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ECU’s Joyner Library opens exhibit on Native Carolinians circa 1585

John Lawrence, head of service for the North Carolina Collection at Joyner Library, adjusts Thursday the placement of one of 22 engravings created by Theodor de Bry for the 1590 edition of Thomas Harriot?s account of his visit in 1585 to the coastal area of what is now North Carolina. The engravings are on loan from Michael Joyner of Cary and will be displayed in the Verona Joyner Langford North Carolina Collection of the library through May 15.
(Apr. 1, 2011)   —   Engravings that are more than 400 years old are the focus of a new exhibit at the J.Y. Joyner Library at East Carolina University. “Native Carolinians, 1585: The Theodor de Bry Engravings of John White Watercolors” will open Monday.

The Native Collections exhibit will feature 22 engravings created by Theodor de Bry and that appeared in the English, Latin, and German 1590 editions of Thomas Harriot’s “A Briefe and True Report of the New Found Land of Virginia.” The engravings were based on watercolor paintings, created around 1585, by John White, who later became governor of the 1587 colony on Roanoke Island.

Harriot’s “A Briefe and True Report of the New Found Land of Virginia” was the first published account of native North Carolinians and the plant and animal life in the coastal area of North Carolina. It is still considered the cornerstone of North American natural history.

White worked with Harriot throughout the region to make a visual record that complemented Harriot’s written account of the environment and its inhabitants. ECU’s College of Arts and Sciences is named for Harriot, a scientist who accompanied Sir Walter Raleigh’s 1585 colony to Roanoke Island to conduct experiments.  

The engravings are on loan from Michael N. Joyner of Cary. In 2009, Joyner acquired his first de Bry engraving of the “Virginia Indians,” which are based on the original watercolors of White. He has now compiled a complete collection of de Bry engravings from “A Briefe and True Report of the New Found Land of Virginia.”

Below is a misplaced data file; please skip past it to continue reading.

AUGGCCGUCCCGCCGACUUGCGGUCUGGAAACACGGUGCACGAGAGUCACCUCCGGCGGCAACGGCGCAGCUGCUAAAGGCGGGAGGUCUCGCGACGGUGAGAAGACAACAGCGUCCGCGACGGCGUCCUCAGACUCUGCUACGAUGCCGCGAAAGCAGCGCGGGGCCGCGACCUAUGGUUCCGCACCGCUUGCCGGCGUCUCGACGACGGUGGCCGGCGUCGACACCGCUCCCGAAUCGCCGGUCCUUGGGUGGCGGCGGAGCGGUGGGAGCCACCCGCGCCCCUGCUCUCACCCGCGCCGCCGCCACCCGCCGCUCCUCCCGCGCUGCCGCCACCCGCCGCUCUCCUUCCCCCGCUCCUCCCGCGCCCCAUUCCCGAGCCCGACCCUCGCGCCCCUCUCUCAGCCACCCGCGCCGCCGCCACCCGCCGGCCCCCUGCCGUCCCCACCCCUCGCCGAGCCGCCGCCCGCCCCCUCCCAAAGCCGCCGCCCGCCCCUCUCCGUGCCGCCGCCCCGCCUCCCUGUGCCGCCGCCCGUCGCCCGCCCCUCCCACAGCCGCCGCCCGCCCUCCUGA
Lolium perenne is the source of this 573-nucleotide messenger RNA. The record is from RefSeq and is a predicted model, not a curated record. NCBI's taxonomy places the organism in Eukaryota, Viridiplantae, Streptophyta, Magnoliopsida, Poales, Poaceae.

“We are grateful to Michael Joyner for sharing his prints and books for this exhibit,” said Maury York, assistant director for Special Collections at Joyner Library.

“Through his exceptional generosity, the students at East Carolina University and the people of eastern North Carolina will have a rare opportunity to view important images of Native Americans as they were seen by Europeans during the lifetime of Sir Walter Raleigh.”

Also on display will be a large print of “The Invincible Armada Defeated” of the English defeat of the Spanish Armada in 1588 and prints depicting Sir Walter Raleigh and Queen Elizabeth I of England. In addition, the exhibit will include Raleigh’s “Historie of the World” and an early biography of him.

The collection will be on display through May 15 in the Verona Joyner Langford North Carolina Collection, located on the third floor of the library.

Joyner said he hopes making these images of native Algonquian Indians from coastal North Carolina available through this exhibit will inspire a new generation of Americans to rediscover the early history of the state and English exploration and interaction with the native people of the Outer Banks and surrounding coastal communities.

Dr. Larry Boyer, Dean of Academic Library and Learning Resources, said he was thrilled that the library is able to offer the engravings for exhibit.

"For many years, John White’s images of native Carolinians have been familiar to almost every school child in America, but to be able to see and ponder these contemporary de Bry prints is certainly an extraordinary treat.  We are truly grateful to Mr. Joyner for his generosity in agreeing to have them displayed here in Joyner Library for all of us at ECU as well as our Eastern North Carolina neighbors to enjoy. This, perhaps, is a once in a lifetime opportunity not to be missed."

For more information contact Dawn Wainwright, Joyner Library marketing director, at 252-328-4090.

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Watercolor paintings created around 1585 by John White, who would later become governor of the Roanoke Island colony, were transformed into engravings by Theodor de Bry to accompany 1590 editions of Thomas Harriot?s ?A Briefe and True Report of the New Found Land of Virginia.? Twenty-two of those engravings will be on display at Joyner Library through May 15.
Watercolor paintings created around 1585 by John White, who would later become governor of the Roanoke Island colony, were transformed into engravings by Theodor de Bry to accompany 1590 editions of Thomas Harriot?s ?A Briefe and True Report of the New Found Land of Virginia.? Twenty-two of those engravings will be on display at Joyner Library through May 15.

 


Contact: Dawn Wainwright | 252-328-4090